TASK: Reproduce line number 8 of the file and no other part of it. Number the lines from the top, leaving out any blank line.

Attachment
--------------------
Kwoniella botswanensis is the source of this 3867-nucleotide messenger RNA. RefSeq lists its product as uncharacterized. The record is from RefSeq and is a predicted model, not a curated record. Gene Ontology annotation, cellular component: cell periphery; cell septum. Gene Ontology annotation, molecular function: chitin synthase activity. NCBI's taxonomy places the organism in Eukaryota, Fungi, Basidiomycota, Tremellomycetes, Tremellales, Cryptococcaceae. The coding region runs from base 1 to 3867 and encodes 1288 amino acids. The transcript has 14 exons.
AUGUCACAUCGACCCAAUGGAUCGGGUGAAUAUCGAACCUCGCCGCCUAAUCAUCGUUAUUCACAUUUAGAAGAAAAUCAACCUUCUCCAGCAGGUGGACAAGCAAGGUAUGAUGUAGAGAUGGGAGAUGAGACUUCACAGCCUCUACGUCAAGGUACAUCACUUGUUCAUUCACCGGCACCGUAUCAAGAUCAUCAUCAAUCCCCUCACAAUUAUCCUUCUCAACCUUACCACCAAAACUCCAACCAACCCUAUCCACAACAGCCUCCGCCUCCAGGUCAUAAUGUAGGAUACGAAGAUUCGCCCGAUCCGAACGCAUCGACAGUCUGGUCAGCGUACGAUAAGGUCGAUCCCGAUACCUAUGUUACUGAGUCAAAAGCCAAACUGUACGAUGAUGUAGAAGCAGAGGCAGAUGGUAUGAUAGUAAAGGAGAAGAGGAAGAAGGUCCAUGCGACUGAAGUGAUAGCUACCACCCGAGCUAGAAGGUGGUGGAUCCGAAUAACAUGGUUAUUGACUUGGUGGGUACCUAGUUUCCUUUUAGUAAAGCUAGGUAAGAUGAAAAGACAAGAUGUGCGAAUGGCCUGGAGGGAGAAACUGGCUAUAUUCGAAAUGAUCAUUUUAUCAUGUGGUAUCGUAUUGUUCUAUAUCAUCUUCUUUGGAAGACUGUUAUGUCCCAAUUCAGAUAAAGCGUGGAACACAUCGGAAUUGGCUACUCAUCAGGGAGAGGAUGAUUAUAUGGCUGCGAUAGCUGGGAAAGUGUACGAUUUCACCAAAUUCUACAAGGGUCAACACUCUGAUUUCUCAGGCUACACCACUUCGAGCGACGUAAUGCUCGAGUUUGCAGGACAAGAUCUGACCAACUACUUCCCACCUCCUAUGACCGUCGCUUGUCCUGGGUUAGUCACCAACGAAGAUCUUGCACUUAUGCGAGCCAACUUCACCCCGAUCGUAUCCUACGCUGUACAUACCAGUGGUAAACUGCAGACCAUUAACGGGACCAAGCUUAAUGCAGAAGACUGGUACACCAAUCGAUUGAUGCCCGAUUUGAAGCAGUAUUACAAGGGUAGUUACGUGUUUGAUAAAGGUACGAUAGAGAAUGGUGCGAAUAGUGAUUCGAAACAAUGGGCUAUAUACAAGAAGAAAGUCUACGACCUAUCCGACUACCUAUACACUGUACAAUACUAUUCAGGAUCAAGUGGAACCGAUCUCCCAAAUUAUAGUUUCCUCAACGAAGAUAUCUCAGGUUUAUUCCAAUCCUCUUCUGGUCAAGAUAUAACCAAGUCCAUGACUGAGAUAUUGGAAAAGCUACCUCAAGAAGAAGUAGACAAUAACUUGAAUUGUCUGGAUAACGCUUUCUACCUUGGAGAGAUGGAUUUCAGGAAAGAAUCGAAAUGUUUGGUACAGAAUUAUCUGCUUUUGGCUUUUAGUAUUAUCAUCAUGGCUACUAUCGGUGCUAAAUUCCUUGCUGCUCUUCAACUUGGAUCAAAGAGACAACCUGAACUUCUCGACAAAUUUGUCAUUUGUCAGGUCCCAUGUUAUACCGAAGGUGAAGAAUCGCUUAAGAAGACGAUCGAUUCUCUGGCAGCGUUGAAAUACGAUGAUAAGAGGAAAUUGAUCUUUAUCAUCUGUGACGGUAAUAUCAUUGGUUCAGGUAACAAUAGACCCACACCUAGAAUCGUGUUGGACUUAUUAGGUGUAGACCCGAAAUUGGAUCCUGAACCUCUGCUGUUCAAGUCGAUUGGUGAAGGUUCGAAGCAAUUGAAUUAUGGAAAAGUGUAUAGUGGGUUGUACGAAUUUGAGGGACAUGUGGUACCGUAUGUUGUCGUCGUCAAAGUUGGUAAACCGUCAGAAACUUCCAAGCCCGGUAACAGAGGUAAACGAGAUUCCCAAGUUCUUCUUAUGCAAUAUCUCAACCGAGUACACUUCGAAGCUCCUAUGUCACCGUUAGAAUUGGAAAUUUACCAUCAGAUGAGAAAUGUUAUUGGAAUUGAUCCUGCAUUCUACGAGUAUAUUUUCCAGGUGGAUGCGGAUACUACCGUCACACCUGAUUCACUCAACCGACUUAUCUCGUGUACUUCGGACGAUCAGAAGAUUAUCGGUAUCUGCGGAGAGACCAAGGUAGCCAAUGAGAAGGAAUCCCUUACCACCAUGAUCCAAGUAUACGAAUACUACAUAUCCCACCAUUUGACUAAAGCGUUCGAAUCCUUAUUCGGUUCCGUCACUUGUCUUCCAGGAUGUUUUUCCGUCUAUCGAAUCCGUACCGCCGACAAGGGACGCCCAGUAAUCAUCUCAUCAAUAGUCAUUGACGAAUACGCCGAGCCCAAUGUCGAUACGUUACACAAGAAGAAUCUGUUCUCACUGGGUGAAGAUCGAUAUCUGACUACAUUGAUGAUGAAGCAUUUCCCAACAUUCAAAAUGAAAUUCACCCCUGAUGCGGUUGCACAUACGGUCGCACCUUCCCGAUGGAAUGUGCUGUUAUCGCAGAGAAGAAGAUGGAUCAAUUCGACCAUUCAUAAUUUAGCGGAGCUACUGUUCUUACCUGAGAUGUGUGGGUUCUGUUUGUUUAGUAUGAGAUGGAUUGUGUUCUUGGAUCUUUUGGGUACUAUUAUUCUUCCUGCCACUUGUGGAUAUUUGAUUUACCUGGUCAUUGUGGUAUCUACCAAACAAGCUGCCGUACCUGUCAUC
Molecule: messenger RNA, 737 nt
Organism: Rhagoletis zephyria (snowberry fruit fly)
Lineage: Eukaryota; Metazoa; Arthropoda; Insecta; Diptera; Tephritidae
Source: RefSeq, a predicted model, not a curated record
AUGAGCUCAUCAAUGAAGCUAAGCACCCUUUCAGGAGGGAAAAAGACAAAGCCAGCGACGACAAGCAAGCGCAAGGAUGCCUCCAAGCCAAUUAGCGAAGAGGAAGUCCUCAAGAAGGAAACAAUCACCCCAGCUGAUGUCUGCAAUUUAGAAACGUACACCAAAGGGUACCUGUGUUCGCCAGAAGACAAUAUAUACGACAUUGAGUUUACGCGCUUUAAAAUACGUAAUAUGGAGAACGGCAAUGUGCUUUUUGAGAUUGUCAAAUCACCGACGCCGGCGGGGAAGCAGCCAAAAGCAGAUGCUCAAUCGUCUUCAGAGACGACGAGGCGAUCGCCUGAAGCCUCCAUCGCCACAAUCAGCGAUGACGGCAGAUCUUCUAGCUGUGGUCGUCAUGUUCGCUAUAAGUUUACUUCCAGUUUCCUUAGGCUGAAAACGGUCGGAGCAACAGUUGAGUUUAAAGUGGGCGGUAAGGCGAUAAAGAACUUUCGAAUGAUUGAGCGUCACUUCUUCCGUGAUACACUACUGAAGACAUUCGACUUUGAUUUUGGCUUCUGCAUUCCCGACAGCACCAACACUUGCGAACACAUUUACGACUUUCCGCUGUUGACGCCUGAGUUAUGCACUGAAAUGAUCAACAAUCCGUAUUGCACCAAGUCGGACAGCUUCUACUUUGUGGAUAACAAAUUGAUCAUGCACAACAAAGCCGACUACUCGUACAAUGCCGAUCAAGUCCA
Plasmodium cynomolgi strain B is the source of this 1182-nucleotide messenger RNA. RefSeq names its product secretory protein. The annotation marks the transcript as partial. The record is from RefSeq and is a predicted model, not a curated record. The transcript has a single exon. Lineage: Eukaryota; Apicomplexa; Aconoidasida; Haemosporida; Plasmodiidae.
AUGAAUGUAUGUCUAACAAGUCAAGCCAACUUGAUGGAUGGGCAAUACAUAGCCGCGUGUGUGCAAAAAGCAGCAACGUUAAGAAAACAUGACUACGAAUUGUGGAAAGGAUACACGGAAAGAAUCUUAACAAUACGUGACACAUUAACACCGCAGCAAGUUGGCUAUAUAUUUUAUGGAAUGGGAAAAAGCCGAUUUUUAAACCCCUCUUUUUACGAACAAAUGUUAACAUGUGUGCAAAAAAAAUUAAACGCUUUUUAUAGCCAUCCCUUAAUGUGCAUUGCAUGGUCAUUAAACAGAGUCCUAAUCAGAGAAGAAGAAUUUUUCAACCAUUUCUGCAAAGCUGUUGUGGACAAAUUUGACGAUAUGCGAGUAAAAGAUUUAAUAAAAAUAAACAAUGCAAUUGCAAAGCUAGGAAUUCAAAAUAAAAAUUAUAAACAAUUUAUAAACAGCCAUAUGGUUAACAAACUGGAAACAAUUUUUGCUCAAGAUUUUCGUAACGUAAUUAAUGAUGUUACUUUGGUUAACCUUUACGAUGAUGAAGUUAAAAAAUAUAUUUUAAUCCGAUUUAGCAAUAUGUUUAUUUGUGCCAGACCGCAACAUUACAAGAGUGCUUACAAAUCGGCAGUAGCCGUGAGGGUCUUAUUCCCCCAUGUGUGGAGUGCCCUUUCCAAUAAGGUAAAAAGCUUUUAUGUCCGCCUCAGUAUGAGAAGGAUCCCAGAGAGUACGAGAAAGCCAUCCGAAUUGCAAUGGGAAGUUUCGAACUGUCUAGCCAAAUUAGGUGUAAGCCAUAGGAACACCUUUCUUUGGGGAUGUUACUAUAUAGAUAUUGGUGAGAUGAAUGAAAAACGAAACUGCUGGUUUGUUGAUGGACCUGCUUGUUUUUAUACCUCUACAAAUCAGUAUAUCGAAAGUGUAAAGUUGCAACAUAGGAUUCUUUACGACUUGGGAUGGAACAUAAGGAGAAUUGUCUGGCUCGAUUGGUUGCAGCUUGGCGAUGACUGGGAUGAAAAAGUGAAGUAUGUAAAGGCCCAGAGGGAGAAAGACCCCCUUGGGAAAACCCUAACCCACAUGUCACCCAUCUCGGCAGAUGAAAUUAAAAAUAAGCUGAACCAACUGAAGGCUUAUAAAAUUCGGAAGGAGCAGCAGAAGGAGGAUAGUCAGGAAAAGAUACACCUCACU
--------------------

Plasmodium cynomolgi strain B is the source of this 1182-nucleotide messenger RNA. RefSeq names its product secretory protein. The annotation marks the transcript as partial. The record is from RefSeq and is a predicted model, not a curated record. The transcript has a single exon. Lineage: Eukaryota; Apicomplexa; Aconoidasida; Haemosporida; Plasmodiidae.